- Only the amount of interest or guarantee fees are considered in determining whether financial transactions between related parties reach the aggregate transaction threshold for the documentation requirement. (threshold is EUR 100,000 if annual revenue does not exceed EUR 5 million, EUR 200,000 if annual revenue does exceed EUR 5 million)
Concerning comparables, the Circular states that:
- Any database may be used for choosing TP comparables as long as details of the database used are provided in the transfer pricing file;
- When using the comparable uncontrolled price method, the comparable uncontrolled transactions must be from the same period; and
- A new benchmarking study for comparables must be made once every three years, although financial data must be updated annually.
Nigeria Establishes FCT Internal Revenue Service
Nigeria has enacted the Federal Capital Territory (FCT) Internal Revenue Service Act 2015, which provides for the establishment of the FCT Internal Revenue Service (IRS). The FCT IRS is charged with the responsibility of assessing and collecting certain taxes in the FCT, including those under:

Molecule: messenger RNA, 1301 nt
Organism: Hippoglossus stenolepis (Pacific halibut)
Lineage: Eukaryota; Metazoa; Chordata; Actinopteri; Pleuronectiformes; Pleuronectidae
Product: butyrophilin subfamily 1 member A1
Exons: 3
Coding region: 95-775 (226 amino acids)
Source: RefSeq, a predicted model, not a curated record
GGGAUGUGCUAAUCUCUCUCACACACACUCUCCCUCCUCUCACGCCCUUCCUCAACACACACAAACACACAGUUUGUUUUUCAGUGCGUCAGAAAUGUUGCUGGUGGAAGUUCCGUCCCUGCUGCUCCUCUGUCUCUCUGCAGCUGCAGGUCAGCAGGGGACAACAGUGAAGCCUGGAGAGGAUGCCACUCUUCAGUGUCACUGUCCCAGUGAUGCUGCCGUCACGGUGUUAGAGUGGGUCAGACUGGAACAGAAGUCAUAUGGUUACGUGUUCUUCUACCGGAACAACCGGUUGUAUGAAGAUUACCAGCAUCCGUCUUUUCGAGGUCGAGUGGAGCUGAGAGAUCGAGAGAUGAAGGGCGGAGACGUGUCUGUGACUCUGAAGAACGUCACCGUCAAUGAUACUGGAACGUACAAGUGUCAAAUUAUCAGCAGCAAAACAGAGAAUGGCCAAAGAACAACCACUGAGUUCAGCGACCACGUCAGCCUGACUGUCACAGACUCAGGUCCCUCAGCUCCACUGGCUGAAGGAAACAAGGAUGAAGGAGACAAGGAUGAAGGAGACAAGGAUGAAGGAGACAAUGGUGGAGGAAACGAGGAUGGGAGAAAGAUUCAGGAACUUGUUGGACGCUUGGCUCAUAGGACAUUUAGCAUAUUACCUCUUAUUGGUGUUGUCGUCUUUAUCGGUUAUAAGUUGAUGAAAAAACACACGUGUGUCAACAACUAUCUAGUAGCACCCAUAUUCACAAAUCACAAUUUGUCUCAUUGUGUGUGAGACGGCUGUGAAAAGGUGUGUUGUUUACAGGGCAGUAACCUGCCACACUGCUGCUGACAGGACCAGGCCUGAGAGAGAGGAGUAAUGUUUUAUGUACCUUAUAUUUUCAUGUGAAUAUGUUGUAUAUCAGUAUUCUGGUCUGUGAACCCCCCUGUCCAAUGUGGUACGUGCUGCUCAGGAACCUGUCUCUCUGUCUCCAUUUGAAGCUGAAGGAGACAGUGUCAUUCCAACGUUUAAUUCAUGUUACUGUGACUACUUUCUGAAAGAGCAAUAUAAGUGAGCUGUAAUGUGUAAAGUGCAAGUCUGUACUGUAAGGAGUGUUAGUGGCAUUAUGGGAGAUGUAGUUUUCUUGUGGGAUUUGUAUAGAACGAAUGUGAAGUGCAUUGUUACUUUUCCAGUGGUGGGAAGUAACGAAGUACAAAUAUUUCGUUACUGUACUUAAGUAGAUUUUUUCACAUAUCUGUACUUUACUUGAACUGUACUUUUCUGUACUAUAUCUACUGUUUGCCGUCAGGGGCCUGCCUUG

- The Personal Income Tax Act;
- The Capital Gains Tax Act;
- The Stamp Duties Act; and
- The Federal Capital Property Tax Regulations.
The law also provides for the establishment of a Tax Appeal Committee to hear disputes between taxpayers and the FCT IRS.
No provisions are included in the law concerning a commencement date or a transition from the Federal Inland Revenue Services to the FCT IRS. Therefore the change is assumed to be immediate.
Ukrainian President Vetoes Individual Income Tax Amendments
Ukraine's President Petro Poroshenko has reportedly vetoed a law adopted by parliament in May 2015 that would have increased the upper individual income tax bracket threshold from 10 minimum salaries to 17 minimum salaries. Currently 1 minimum salary is equal to UAH 1,218, although this will increase to UAH 1,378 from 1 December 2015.
The law would have also extended the 0.4 coefficient used to decrease the social security contribution for qualifying companies that meet certain minimum salary conditions and have expanded payroll from the previous year. Instead, the coefficient will be increased to 0.6 from 1 January 2016 as early planned.
Uruguay Sets New Amortization Rules
On 6 July 2015, Uruguay's Ministry of Economy and Finance issued Decree no. 181/2015, which sets new rules for the amortization of intangible assets.
According to the Decree, from 1 July 2015, an intangible asset must be amortized on a straight-line basis over its expected useful life, which must be established when the first tax return is filed following the assets acquisition. If the expected useful life can't be determined, the amortization period is 10 years. In either case, the useful life established may not be changed without approval from the tax authority.